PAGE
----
5.     Reassess your resolutions part way through

After a significant amount of time has passed, re evaluate your end game and goals dependent upon where you’ve come thus far. If you’re kicking butt and know this is something you can keep up, look at your current end goal and maybe increase the stakes. In relation to that, if you’re halfway through and realizing this is much harder than you originally planned, think about extending your end goal date. Again, the more realistic and well thought out they are, the more enjoyable this experience will be. This is also a reminder to yourself that change is never easy.


This is the hardest one of them all. It has been wired into our brains from such an early age that the only way to track our success is to measure it to those of the people around us. I realize that this is particularly hard when you are in college and constantly surrounded by people of the same age and place in life, but if you consciously make an effort to stop said comments to yourself, the habitual cycle of feeling not up to par, or better than others will eventually stop (or at least slow down a bit).

7.     Don’t beat yourself up over an unintentional cheat day

We all have slip ups, remember to keep some perspective and know that this doesn’t mean you failed. It was probably needed for you to make the healthy change. Things happen for a reason.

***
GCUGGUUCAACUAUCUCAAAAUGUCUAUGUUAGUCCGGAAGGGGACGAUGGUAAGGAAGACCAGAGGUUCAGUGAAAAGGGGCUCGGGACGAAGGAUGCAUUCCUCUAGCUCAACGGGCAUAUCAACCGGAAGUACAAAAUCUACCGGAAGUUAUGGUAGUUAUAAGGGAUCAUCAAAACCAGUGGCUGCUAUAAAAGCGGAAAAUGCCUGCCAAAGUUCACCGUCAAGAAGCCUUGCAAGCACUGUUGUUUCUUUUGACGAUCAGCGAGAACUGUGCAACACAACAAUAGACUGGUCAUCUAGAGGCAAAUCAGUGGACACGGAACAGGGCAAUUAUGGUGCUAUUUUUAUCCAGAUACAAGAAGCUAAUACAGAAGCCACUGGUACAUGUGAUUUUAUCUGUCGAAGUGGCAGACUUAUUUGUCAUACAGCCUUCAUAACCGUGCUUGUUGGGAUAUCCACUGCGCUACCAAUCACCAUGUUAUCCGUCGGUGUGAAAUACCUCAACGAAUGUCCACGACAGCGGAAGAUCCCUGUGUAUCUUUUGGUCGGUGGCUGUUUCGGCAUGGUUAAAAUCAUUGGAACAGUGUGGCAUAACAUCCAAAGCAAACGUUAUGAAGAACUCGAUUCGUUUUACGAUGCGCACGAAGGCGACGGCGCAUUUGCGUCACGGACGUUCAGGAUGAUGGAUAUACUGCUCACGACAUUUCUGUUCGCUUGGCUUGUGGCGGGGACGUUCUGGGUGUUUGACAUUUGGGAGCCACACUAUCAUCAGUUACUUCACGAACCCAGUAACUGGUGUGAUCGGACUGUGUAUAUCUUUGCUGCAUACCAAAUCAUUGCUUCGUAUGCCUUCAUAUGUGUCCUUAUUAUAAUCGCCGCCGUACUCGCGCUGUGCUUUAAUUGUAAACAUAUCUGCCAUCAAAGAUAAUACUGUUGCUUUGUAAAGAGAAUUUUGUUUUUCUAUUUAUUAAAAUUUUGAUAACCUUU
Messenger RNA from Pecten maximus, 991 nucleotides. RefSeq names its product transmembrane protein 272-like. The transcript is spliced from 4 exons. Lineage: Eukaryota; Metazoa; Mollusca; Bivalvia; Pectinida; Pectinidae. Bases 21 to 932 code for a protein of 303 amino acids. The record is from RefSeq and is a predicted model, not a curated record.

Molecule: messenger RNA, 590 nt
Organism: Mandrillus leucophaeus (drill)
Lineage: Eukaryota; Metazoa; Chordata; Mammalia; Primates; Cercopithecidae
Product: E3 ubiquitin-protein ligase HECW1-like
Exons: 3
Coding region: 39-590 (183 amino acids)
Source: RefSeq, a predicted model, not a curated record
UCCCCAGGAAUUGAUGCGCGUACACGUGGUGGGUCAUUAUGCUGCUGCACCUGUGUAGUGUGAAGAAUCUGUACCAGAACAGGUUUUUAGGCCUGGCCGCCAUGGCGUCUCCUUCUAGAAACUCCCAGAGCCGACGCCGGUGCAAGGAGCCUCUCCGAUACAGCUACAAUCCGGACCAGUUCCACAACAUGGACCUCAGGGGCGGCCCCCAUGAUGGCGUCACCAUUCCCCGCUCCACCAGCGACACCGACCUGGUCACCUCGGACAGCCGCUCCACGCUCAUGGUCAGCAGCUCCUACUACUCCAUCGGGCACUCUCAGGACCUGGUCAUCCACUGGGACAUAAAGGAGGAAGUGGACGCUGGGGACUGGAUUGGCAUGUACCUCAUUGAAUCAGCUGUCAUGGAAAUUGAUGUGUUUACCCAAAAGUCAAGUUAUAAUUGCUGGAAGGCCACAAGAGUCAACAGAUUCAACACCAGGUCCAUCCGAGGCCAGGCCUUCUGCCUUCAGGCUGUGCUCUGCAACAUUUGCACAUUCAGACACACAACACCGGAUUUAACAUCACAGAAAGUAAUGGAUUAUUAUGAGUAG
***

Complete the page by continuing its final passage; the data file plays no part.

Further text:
8.     Switch up your routine – think outside the box

If you’re getting fit, and doing so via the gym, try hiking or rollerblading for a day instead. Going to budget your money better? Try doing something tangible rather than simply creating a budget; start couponing! Want to be more social? Go dancing or join a random club on campus! This is not only going to re-excite you for your mission, but it is good practice in general for learning to stretch your comfort zone in the smallest of ways. In this type of setting, you can still maintain some control.

9.     Find a model of success

Do some research and find someone who has successfully accomplished what you are doing as well. Whether they are a family friend or a celebrity, use them as inspiration. Make sure it’s someone you look up to and respect. If they are doing it and I want to be like them, then accomplishing this will help me gain that same confidence that I aspire to emulate.

10.  Make sure this is something you really want

Not everyone is going to have the same priorities, let alone make resolutions at all. This whole process is one that will be neither easy, nor quick, so devotion to your goal is a must! If you are ready to fully commit to making this happen, there should be zero excuses for making it happen. Nothing is too out of reach. Just really think on it!



I am a senior at Seattle University, studying both Communications and Spanish. My passions lie in fashion, social justice, writing, and editorial work. I am looking forward to being a Campus Correspondant with Her Campus, and can't wait to create a unique space online with the students of Seattle University.